"Respectful Conversations" was a favorite phrase of the first director of the CFI, Harold Heie, as he felt the work of a university or college should be thought of as an ongoing, civil conversation among those with different points of view, between the past and the present, and among different academic disciplines.
Visit Respectful Conversation a project hosted by Harold Heie to encourage and help facilitate forums for respectful conversation regarding important contemporary issues.The activities of the CFI listed below help sustain this vision; they help "keep the conversation going," as it were, here at Gordon College.
The Gordon College Spring Symposium has become an annual tradition at the College. One day in the spring semester, all classes are canceled, and students, faculty, and staff engage in learning from one another around a particular theme. For this day, the entire Gordon community is invited to propose panel discussions, lectures, dialogues, interviews, art displays, theatrical performances, and more.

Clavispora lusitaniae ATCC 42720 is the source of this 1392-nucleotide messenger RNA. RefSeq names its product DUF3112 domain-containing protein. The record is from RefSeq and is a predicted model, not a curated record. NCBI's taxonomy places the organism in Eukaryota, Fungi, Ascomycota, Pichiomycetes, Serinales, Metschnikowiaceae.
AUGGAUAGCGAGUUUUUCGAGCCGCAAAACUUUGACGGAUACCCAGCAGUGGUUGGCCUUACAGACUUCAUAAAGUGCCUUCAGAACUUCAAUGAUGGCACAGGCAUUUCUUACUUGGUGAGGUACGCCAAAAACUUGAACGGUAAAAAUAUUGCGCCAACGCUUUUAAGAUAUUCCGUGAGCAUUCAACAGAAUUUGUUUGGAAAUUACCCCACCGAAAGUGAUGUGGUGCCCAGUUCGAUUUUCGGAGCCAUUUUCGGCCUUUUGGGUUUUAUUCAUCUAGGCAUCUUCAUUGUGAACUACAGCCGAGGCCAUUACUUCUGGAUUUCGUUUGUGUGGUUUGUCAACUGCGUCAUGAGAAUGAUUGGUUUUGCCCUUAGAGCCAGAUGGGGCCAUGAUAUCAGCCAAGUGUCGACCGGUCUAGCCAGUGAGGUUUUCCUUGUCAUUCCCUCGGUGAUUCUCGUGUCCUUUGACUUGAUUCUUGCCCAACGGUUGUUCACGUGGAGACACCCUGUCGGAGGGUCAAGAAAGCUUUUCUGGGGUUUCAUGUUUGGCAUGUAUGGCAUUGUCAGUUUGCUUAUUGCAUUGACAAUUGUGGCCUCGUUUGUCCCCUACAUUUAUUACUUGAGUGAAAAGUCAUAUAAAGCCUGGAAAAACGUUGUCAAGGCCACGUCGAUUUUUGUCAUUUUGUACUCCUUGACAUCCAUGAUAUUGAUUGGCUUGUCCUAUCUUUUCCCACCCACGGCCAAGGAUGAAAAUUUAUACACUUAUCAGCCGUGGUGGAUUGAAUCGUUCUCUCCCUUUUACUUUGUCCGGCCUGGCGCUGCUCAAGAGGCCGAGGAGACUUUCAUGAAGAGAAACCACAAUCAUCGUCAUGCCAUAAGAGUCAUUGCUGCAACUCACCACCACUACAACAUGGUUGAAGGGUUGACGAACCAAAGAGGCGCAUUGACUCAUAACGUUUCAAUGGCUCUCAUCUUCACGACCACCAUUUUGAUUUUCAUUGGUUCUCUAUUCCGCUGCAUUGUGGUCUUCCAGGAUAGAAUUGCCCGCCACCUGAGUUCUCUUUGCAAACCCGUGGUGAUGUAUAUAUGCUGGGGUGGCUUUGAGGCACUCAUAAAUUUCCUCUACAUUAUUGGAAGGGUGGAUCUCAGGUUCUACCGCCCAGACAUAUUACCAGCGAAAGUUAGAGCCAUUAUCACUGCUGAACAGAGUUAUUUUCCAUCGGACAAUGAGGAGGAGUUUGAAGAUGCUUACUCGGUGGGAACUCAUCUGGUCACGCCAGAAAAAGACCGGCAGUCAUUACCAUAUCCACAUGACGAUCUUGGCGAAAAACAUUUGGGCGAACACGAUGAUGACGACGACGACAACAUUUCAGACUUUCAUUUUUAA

Once each semester, the CFI hosts a panel discussion on topics both timely and timeless. Beforehand, faculty discussants from different academic disciplines are invited, along with students, to read a short piece on the given topic. At the event, faculty members offer brief reflections on the topic before engaging in a general discussion with those in attendance.
Gordon College is partnering with the John Templeton Foundation to honor the pioneering work of Dr. Robert Herrmann who addressed, throughout his distinguished career, the “Big Questions” constellated around the theme of science and religion. His friendship and collaboration with Sir John Templeton enabled numerous groundbreaking events, networks, programs and publications that greatly expanded the group of strategic thinkers engaged in the conversation on the crucial relationship between these two fields of study.
The Alternative Political Conversation (APC) that officially concludes on October 31 was intended to model a “better way” of talking about important public policy issues than the current vitriolic political discourse that is characterized by name-calling, demonizing and the unyielding commitment to “fixed positions” that has made it virtually impossible to uncover the “common ground” needed to govern.